Chocolate bar recall underlines labelling shortcomings

By Caroline Scott-Thomas

- Last updated on GMT

A Chicago Tribune investigation into the recall of Swiss-manufactured Whole Foods chocolate bars has highlighted problems with the US Food and Drug Administration’s (FDA) labelling guidelines for allergens.

At present, manufacturers are only obliged to mention an allergen if it is an ingredient in their product, although this looks set to change as the FDA is seeking advice on implementing stricter, uniform allergen labelling.

The Whole Foods chocolate was discovered to contain tree nuts last year when a child with a tree nut allergy suffered a reaction after eating it. This occurred one year after new labels had been added, stating that “good manufacturing practices” were “used to segregate” the bars from potential allergens, such as tree nuts, soy and milk, also handled at the factory. Over one million chocolate bars were recalled, but the same label still appears on other Whole Foods products.

The Tribune investigation discovered that the bars were in fact manufactured in a way that exposed consumers to potential allergens.

Rules for warning labels

The reason for this is that while US law requires major allergens to be declared on labels, they do not have to disclose allergens which may be unintentionally present. Wording to describe potential cross-contamination also varies from manufacturer to manufacturer, opening up further possibility for confusion.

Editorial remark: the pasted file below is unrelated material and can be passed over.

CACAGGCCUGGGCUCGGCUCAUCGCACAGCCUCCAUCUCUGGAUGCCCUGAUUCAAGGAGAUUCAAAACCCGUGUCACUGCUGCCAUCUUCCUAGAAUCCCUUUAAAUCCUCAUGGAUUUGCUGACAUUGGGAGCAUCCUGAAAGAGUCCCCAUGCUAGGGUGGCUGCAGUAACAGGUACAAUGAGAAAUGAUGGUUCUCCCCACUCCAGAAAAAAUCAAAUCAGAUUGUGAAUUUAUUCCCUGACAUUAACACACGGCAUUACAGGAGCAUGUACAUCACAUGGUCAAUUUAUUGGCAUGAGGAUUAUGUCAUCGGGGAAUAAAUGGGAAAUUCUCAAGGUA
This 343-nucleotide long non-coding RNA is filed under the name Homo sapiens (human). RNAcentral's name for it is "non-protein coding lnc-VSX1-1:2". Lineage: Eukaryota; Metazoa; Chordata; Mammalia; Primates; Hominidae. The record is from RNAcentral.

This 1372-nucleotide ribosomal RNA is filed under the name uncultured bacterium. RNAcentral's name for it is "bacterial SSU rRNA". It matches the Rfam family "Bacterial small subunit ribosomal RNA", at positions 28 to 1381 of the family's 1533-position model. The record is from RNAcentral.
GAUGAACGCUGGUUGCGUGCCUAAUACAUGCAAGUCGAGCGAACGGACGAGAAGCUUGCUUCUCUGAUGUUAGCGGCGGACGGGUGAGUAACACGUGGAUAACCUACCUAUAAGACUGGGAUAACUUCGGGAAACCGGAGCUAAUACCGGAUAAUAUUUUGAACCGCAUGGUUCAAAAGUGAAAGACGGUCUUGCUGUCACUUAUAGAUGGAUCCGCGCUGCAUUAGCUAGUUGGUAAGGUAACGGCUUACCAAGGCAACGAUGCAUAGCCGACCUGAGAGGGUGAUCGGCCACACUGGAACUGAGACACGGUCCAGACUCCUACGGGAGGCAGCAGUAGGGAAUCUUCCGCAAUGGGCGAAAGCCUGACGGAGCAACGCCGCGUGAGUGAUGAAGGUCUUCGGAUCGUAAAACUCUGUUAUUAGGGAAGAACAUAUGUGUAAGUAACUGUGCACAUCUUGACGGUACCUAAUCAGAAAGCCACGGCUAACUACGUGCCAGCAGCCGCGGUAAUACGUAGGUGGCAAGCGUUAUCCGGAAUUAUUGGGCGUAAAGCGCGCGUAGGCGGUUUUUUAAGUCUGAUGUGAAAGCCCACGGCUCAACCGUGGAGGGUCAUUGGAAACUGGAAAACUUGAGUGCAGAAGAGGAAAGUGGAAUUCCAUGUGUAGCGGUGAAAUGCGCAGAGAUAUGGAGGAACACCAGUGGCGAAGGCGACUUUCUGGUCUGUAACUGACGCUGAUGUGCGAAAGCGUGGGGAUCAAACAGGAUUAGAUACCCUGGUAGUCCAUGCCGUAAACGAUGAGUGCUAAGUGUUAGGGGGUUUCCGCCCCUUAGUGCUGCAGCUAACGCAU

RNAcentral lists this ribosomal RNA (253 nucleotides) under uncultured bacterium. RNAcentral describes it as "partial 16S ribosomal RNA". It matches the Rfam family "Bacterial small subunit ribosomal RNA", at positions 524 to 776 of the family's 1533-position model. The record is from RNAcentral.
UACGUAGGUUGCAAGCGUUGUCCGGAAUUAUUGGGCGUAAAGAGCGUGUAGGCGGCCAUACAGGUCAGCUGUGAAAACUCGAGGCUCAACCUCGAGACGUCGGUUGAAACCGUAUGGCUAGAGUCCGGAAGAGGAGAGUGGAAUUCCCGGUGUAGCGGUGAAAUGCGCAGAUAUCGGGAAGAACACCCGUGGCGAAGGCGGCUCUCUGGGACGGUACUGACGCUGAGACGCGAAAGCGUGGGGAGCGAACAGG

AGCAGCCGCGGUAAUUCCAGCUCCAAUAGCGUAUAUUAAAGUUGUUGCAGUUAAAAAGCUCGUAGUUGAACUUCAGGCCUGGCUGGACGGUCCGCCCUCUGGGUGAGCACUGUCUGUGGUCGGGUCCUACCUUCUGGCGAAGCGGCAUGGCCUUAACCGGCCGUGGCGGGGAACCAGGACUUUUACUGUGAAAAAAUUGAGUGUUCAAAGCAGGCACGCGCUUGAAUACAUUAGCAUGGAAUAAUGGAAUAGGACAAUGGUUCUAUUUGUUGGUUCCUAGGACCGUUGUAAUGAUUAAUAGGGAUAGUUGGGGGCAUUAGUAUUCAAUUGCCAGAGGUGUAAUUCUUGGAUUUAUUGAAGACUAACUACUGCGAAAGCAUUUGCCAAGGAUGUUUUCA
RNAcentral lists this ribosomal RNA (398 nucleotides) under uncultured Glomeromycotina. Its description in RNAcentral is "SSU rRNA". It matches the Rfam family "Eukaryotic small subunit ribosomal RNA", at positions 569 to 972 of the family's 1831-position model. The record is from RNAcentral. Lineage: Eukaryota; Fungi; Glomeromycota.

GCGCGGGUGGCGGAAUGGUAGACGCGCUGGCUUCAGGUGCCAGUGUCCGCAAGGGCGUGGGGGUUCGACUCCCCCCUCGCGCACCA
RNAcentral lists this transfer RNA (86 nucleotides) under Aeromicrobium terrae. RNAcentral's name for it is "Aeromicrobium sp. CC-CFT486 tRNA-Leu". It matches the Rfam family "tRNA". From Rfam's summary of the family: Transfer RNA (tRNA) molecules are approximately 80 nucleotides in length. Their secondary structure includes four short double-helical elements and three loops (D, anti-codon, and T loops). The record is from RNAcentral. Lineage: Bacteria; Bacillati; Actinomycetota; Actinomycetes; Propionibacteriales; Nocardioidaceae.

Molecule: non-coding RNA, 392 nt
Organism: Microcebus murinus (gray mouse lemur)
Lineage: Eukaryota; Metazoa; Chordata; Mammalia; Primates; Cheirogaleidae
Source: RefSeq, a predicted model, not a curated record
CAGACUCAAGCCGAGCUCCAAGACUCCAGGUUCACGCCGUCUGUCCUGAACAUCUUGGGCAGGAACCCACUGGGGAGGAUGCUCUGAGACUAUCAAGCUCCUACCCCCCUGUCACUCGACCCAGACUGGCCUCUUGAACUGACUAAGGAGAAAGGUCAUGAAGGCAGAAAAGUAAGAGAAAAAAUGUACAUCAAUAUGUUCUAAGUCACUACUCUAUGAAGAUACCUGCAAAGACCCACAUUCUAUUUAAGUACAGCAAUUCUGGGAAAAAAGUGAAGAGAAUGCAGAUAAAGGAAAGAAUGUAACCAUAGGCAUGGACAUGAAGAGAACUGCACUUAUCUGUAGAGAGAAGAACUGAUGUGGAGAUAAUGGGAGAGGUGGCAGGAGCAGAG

US manufacturers often use the phrase: “Made on equipment that also processes allergen,” but Whole Foods defends its decision to use the ‘segregation’ statement by saying: “Whole Foods Market Private Label does not gather shared equipment information, because it is the manufacturer's legal right to change equipment used for production (as long as GMPs ​[good manufacturing practices] are used). We do gather shared allergens in a manufacturing facility, and this information is reflected on the label.”

The FDA​ is currently developing a long-term strategy to assist manufacturers in using allergen advisory labelling that is “truthful and not misleading, conveys a clear and uniform message, and adequately informs food-allergic consumers and their caregivers”.

It is seeking comments and information from the food industry for the best way to help consumers avoid cross-contaminated food. Written submission must be heard before January 14, 2009.

Related topics: Processing & Packaging, Chocolate

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